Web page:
With all the controversy surrounding Ann Coulter's new book "Godless: The Church of Liberalism," some might overlook important substantive points she has made.
Critics may say, "Precisely. That's our complaint with Ann. Her insulting remarks deflect attention from the points she's trying to make."
Not so fast. Whether she intended it this way or not, the "harsh" remarks she made in the book have proven one of her theses in a way the book alone could not have done -- at least not as effectively.
She contends that liberals have employed certain "human shields" to advance their unpopular arguments, especially those pertaining to the war on terror. These people have either earned respect, like military heroes, or become sympathetic figures through personal tragedy, like Cindy Sheehan and the widows of 9/11 victims.
As a result of their status, these individuals are entitled to say anything they want, not just as a matter of free speech, which no one would dispute, but with full immunity from criticism. Their actions and statements cannot be challenged, no matter how ludicrous, no matter how destructive.
The New York Times columnist Maureen Dowd said as much when she wrote that it's "inhumane" for Bush not "to understand that the moral authority of parents who bury children killed in Iraq is absolute" (cited by Coulter, p. 127).
Sorry, but that presumably well-meaning statement is just flat wrong, and wrongheaded. If it were true, we could delegate authority over the nuclear "football" to grieving parents of soldiers killed in action and let them unleash our ICBMs (intercontinental ballistic missiles) on suspected terrorist strongholds. Forget "collateral damage," their moral authority is absolute.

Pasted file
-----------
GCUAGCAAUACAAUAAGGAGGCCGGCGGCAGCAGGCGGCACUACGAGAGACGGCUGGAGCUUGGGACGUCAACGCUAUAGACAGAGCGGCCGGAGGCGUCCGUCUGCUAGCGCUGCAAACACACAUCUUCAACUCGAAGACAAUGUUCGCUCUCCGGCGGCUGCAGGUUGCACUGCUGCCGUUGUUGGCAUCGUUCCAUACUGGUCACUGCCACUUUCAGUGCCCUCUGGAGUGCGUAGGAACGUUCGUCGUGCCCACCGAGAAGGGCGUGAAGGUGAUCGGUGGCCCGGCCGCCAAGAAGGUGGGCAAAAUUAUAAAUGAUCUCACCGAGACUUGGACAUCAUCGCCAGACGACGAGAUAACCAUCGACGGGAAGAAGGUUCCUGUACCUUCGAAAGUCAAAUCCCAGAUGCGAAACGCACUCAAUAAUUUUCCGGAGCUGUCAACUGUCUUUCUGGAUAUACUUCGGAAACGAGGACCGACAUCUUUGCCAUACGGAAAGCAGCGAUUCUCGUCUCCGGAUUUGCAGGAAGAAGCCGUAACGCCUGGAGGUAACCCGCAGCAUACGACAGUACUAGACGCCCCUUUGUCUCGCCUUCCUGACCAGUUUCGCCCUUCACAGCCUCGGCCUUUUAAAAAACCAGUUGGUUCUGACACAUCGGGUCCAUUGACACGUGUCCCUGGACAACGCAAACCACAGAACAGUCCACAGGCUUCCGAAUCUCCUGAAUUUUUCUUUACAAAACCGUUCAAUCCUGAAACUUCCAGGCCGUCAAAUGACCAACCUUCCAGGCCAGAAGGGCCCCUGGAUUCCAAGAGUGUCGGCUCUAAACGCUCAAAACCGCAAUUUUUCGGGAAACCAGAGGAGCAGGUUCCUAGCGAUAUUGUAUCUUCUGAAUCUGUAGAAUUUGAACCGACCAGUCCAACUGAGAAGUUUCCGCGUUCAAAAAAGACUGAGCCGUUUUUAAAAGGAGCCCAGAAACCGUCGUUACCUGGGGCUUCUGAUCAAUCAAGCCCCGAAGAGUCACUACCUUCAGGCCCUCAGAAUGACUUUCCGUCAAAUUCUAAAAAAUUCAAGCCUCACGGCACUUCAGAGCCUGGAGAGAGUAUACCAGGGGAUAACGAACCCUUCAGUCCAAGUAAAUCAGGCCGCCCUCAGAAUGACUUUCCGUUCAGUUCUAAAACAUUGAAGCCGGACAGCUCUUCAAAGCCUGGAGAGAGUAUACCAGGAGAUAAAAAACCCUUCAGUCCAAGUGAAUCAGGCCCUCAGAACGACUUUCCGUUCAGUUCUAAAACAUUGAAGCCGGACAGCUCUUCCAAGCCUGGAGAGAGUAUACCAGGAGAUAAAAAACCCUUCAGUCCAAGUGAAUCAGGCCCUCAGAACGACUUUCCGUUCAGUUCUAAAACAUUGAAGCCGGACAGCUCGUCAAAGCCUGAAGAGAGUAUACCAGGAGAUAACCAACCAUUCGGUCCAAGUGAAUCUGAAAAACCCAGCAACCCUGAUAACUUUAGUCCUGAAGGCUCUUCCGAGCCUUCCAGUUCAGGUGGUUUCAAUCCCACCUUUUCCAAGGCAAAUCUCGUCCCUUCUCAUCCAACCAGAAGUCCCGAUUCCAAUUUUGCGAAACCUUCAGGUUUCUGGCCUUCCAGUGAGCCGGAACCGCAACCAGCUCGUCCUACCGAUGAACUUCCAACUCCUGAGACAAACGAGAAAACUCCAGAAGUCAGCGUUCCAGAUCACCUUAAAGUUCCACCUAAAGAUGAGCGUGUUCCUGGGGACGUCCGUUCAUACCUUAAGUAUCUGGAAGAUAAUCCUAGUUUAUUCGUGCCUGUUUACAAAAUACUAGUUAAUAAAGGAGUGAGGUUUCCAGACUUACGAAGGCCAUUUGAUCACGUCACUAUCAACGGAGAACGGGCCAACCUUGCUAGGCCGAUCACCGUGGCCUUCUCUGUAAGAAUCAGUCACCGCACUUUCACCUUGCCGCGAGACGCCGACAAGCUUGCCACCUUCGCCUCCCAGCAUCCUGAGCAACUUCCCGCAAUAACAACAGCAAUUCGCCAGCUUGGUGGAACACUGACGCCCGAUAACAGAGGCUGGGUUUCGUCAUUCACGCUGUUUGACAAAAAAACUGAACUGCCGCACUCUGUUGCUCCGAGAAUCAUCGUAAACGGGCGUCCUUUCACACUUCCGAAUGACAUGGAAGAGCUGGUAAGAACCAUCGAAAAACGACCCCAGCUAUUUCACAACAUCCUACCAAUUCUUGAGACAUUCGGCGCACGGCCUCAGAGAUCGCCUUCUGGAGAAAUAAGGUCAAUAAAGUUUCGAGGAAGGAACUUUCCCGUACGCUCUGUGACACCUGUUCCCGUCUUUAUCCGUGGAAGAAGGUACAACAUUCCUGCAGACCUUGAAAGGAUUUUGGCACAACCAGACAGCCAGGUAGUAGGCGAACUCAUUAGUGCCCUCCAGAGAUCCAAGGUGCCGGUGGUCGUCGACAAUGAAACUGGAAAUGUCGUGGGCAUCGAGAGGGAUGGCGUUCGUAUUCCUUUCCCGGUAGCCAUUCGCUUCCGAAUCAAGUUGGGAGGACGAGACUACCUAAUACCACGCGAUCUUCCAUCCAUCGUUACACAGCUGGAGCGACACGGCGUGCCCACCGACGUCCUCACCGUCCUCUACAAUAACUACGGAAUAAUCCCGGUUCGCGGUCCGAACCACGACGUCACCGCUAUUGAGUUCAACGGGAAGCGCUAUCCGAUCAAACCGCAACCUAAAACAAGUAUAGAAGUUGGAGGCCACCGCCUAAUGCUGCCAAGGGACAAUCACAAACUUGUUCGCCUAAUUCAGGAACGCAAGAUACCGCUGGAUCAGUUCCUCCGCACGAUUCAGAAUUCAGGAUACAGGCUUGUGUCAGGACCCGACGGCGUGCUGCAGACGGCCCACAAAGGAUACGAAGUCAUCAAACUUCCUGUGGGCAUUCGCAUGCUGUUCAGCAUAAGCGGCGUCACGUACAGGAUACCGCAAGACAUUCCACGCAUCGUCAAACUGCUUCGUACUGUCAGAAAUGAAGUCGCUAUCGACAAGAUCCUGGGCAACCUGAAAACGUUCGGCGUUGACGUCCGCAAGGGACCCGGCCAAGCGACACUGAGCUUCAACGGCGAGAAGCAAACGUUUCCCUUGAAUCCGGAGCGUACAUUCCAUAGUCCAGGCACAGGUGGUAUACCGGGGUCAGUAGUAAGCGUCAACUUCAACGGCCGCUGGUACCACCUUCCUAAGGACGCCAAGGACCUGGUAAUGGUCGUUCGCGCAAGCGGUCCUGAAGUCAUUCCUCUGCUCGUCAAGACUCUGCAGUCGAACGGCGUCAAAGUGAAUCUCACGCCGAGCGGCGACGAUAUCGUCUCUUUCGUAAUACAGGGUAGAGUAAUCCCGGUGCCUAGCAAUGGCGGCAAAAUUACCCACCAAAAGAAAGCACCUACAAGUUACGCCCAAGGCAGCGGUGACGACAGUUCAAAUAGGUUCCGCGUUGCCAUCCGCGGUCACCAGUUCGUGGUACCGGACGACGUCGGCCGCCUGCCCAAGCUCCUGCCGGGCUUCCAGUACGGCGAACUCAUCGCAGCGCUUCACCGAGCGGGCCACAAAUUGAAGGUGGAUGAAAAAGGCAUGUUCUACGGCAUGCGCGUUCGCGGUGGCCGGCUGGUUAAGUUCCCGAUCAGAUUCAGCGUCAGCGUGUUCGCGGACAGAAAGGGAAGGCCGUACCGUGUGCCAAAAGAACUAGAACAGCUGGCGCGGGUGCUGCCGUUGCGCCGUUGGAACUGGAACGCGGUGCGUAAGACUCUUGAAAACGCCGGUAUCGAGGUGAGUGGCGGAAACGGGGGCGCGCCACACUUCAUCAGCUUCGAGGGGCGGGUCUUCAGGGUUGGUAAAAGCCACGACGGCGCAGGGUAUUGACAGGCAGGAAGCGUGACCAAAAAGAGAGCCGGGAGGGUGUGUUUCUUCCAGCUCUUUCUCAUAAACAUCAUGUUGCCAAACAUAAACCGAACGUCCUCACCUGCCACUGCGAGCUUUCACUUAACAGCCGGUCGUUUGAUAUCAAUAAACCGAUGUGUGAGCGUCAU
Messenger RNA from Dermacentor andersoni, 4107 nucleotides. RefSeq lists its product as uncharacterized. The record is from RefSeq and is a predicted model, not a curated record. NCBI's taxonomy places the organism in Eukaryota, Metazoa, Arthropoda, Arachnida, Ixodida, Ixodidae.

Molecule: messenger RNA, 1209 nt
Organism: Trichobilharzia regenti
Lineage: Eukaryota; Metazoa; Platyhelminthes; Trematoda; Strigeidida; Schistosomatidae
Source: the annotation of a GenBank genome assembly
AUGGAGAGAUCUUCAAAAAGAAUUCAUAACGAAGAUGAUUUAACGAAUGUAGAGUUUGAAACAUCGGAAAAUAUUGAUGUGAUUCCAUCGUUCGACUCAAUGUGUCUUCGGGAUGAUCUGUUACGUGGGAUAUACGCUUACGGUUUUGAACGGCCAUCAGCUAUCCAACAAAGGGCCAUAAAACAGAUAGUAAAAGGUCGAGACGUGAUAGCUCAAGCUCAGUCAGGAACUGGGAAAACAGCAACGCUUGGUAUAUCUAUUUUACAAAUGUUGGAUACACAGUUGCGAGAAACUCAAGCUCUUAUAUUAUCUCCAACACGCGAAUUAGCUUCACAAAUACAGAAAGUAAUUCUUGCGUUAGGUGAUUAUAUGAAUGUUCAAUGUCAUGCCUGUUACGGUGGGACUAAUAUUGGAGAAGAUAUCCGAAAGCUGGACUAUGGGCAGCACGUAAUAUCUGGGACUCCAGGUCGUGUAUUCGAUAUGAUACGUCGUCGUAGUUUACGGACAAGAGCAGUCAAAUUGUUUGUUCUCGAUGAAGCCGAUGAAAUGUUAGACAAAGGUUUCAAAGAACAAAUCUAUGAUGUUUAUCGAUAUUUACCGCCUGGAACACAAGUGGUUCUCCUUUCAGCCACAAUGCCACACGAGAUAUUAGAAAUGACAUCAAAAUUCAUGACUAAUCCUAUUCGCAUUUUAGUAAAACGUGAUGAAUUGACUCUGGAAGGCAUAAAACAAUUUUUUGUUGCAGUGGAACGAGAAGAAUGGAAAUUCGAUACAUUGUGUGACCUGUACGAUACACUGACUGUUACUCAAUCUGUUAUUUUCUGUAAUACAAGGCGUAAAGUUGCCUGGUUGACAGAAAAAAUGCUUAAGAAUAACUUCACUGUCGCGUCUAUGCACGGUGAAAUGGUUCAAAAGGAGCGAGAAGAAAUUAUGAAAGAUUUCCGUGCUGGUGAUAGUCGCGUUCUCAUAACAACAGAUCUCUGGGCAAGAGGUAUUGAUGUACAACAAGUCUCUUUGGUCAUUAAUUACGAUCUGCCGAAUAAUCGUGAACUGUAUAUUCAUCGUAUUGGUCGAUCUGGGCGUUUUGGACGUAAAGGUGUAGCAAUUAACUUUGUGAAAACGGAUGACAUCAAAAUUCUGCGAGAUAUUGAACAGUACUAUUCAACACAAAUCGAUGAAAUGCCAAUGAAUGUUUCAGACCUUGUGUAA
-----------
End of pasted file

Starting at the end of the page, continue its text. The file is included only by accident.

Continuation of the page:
Let's start out with the truism that Cindy Sheehan and the 9/11 widows are entitled to an abundance of sympathy because of their losses. Perhaps they should even be given some slack for saying offensive things in the height of their grief.
But what about when they deliberately and repeatedly inject themselves into the public vortex by issuing vitriolic, malicious slander against the president of the United States, such as calling President Bush a terrorist, or embracing foreign, America-hating dictators like Hugo Chavez? Do Americans have a right to call them on it? Can Sheehan or the "Jersey Girls" say anything, no matter how detrimental to America's image or national interest, without fear of contradiction?
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